On the other hand, to dismiss the call by supposing that pols would take calls from "campaign donors, rich people, and celebrities" and putting them all into a sort of reflected thrill frame is more than a bit disingenuous. Salam is conflating two very different things. It's certainly possible that pols might want the excitement of talking to a big shot, but that's not what's going on in a conversation with a political ally.
Nevertheless, he's correct that taking a call doesn't necessarily mean anything at all about whether Walker is likely to do, or even seriously consider, what the person on the other end of the line says. If there's one thing that politicians are trained to do it's to act as if they're listening carefully and respectfully to those they believe are blowhards and cranks. Of course, in this case it's pretty clear that Walker is solidly following the movement conservative hard-liners, for whatever reasons -- could be because of campaign funding, but it could just as easily be because he really believes in those ideas, or because he's using them to become a national politician. That he's also willing to take a call from a conservative bigshot doesn't really add anything to what we know about that. And I agree with Dave Weigel's point that liberals are becoming a little goofy on the subject of the Koch brothers (although, really, it's hardly a point against the Koch's influence to point out that all of organized labor did manage to spend considerably more than two guys).
At any rate, what interests me the most about Salam's piece is this:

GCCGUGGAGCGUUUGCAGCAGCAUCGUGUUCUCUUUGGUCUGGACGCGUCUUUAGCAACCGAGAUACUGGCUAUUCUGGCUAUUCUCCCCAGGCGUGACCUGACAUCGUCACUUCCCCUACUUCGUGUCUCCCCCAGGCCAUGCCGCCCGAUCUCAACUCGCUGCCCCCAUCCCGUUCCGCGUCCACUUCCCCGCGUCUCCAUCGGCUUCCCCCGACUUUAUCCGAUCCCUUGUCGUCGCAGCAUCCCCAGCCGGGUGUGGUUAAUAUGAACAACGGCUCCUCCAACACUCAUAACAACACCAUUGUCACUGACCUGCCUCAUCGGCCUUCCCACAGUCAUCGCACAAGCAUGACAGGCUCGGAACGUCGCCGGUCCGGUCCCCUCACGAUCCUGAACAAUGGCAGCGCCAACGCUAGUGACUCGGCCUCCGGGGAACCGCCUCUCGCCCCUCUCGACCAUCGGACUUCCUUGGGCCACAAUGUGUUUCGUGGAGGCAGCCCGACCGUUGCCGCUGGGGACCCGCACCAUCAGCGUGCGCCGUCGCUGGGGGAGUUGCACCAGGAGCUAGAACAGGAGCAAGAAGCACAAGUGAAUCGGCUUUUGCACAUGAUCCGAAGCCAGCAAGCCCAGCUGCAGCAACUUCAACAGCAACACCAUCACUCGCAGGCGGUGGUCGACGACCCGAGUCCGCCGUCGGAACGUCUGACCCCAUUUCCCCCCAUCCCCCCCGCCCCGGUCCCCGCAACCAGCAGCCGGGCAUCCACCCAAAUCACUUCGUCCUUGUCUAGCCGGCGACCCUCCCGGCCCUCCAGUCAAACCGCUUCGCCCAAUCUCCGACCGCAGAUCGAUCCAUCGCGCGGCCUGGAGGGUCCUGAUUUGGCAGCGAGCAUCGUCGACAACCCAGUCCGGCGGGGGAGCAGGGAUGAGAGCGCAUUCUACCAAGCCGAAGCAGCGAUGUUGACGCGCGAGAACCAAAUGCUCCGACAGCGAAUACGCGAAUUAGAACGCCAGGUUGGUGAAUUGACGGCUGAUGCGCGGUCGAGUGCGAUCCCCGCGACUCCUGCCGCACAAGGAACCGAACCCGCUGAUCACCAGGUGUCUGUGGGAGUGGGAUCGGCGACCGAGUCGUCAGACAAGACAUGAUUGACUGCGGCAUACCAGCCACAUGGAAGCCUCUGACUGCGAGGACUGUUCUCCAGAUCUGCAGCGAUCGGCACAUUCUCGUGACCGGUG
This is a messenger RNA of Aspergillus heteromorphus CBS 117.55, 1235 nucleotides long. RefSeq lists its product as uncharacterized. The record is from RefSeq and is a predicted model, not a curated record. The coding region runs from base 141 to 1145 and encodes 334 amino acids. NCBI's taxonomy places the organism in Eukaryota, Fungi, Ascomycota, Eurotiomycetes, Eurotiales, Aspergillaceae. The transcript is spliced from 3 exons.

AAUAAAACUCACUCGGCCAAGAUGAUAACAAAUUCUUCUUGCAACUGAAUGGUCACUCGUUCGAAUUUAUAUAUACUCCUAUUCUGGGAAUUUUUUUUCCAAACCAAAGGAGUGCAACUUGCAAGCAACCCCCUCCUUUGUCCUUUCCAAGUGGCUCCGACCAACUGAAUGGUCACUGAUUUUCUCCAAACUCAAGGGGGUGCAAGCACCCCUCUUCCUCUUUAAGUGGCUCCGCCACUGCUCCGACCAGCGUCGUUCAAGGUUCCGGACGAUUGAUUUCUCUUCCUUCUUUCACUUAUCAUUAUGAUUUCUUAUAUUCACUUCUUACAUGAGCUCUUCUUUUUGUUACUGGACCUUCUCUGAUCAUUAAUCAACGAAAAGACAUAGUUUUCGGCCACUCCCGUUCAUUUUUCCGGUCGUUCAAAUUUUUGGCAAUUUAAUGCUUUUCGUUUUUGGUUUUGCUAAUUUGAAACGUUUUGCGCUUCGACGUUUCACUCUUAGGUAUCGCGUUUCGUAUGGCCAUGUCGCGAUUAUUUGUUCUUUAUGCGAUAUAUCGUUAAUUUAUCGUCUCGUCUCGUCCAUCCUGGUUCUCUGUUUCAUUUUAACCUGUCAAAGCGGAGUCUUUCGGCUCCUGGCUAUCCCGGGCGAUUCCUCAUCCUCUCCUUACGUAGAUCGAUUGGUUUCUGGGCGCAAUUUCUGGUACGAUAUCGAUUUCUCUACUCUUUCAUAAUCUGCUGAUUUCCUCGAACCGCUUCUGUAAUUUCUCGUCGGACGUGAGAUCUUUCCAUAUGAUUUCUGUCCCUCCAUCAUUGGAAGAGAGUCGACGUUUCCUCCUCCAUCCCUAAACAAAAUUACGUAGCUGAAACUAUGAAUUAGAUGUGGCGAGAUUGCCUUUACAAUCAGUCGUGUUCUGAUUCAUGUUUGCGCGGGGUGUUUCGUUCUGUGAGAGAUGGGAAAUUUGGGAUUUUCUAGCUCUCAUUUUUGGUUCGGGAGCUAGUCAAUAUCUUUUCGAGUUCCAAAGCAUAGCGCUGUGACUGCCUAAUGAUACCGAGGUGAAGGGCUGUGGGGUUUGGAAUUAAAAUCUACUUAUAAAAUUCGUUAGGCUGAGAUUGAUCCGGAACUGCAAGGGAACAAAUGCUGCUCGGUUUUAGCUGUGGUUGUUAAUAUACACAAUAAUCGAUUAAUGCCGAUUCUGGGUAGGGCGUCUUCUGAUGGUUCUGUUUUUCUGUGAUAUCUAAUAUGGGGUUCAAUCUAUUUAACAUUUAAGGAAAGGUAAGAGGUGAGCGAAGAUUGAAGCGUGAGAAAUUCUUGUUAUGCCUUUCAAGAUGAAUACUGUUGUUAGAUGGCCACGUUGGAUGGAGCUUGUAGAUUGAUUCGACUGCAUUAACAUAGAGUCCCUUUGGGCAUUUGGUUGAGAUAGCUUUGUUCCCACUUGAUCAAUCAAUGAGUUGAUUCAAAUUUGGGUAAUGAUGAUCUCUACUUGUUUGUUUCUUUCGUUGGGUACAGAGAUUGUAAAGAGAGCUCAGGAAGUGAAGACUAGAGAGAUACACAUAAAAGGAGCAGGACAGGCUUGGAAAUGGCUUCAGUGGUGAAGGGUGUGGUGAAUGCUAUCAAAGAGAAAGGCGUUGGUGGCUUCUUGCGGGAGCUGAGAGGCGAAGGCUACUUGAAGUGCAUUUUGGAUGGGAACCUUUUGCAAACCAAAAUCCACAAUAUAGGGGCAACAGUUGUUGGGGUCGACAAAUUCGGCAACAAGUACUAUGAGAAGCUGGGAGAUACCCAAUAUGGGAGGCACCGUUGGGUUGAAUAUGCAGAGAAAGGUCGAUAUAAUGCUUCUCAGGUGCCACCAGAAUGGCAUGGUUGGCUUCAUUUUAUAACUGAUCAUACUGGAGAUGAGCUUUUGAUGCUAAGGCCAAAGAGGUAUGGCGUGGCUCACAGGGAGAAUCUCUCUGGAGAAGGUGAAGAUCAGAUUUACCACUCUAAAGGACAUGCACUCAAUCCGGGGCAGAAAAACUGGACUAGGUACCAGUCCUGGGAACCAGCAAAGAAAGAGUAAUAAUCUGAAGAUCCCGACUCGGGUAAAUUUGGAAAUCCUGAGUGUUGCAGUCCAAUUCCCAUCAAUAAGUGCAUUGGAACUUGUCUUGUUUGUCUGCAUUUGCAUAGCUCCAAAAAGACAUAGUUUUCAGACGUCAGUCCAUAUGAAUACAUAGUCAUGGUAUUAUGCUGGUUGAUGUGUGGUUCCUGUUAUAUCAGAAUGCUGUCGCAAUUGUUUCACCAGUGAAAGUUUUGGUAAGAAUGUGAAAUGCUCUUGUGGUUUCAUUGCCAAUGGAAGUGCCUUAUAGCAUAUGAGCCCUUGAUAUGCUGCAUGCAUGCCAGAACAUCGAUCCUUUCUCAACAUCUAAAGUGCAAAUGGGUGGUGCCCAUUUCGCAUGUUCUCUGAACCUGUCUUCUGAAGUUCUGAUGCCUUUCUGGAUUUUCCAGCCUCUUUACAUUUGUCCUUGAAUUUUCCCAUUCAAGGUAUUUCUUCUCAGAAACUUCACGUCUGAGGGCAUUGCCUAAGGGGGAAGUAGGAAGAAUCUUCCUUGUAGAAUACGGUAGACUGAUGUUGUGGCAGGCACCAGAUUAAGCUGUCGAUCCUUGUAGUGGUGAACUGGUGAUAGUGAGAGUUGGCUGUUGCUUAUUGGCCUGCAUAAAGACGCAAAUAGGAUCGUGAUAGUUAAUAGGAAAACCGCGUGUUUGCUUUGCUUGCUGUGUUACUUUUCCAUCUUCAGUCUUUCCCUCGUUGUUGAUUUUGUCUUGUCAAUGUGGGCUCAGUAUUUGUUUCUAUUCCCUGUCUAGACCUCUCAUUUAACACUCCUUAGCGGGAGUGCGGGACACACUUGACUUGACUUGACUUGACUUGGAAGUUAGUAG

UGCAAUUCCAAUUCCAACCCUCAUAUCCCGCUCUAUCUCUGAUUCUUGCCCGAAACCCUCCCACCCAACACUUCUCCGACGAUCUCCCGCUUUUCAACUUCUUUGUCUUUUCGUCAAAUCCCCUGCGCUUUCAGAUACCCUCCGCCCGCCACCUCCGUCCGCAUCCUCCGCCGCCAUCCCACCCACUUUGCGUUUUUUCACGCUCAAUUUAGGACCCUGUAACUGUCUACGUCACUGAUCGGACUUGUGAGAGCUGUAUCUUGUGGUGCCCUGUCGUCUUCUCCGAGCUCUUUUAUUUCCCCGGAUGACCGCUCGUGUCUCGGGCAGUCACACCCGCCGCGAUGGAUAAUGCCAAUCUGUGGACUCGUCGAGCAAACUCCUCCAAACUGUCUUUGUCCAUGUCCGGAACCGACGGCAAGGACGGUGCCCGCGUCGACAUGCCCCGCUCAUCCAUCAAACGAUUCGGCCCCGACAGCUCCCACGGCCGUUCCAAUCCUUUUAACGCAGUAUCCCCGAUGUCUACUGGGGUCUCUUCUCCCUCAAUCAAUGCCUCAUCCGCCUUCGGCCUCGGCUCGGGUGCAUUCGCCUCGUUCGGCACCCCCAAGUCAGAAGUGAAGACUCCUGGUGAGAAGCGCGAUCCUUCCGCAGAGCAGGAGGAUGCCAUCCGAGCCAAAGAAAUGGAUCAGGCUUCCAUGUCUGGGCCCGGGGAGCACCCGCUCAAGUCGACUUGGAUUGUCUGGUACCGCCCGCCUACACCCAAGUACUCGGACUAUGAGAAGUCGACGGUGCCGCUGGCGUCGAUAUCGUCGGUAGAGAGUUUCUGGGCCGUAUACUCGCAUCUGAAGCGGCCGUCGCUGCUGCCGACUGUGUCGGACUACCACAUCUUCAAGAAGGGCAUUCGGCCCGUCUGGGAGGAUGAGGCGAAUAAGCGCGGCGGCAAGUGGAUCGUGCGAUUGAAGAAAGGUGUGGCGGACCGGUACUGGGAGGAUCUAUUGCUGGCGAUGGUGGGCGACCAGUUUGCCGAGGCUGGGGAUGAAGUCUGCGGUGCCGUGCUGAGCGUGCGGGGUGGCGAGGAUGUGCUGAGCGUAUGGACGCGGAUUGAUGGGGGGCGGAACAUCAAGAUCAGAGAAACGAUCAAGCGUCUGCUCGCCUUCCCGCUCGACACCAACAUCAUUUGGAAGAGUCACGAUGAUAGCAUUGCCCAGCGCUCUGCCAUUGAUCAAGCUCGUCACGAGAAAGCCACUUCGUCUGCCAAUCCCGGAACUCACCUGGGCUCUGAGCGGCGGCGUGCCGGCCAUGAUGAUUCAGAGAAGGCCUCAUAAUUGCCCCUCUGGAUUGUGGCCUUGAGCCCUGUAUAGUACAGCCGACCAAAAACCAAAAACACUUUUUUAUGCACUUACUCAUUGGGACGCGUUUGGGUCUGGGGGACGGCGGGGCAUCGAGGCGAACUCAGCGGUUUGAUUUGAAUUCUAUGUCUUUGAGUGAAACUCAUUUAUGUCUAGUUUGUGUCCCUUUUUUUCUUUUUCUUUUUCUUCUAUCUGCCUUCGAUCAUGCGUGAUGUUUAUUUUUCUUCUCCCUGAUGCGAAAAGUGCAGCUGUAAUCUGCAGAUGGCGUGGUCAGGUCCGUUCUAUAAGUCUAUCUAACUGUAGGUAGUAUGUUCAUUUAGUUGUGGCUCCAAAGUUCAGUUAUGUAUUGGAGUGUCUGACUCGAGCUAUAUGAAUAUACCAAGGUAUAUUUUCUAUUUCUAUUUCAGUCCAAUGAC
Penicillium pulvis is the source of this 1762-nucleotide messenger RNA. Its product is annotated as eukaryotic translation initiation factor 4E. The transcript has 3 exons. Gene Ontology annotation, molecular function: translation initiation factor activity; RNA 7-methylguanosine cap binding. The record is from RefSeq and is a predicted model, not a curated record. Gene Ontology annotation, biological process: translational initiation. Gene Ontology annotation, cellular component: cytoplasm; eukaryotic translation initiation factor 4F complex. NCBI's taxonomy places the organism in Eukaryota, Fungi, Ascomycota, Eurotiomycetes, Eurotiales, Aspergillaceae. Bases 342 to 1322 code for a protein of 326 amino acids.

This is a big part of why we right-wingers think that politicians should have very narrow, circumscribed powers. They’re not an attractive bunch.The problem with that sort of attitude is that if politicians don't have much scope to do anything, then you don't really have much of a democracy. It's all very well to say that politicians shouldn't have the ability to interfere with people's lives, but that's really just to say that the scope of democracy should be very narrow and circumscribed.
A much better answer to this is James Madison's in Federalist 51: allow democracy to be powerful, but constrain individual politicians through various constitutional devices. Make the ambitions of politicians work for democracy, instead of against it.
Of course, to say that politicians -- to say that the political system -- should have the ability to do things doesn't imply that they should do those things. And establishing some limits beyond which the ordinary political processes of democracy may not go (as in human or constitutional rights) can be justified democratically on a variety of grounds
Yes, politicians are often pathetic creatures, ambitious beyond all reason and pathetic in their search for approval from the masses. Those are good things! They make democracy work. The really dangerous pols are the ones who believe the nonsense about ignoring the polls and doing what's right, regardless of the consequences to their careers.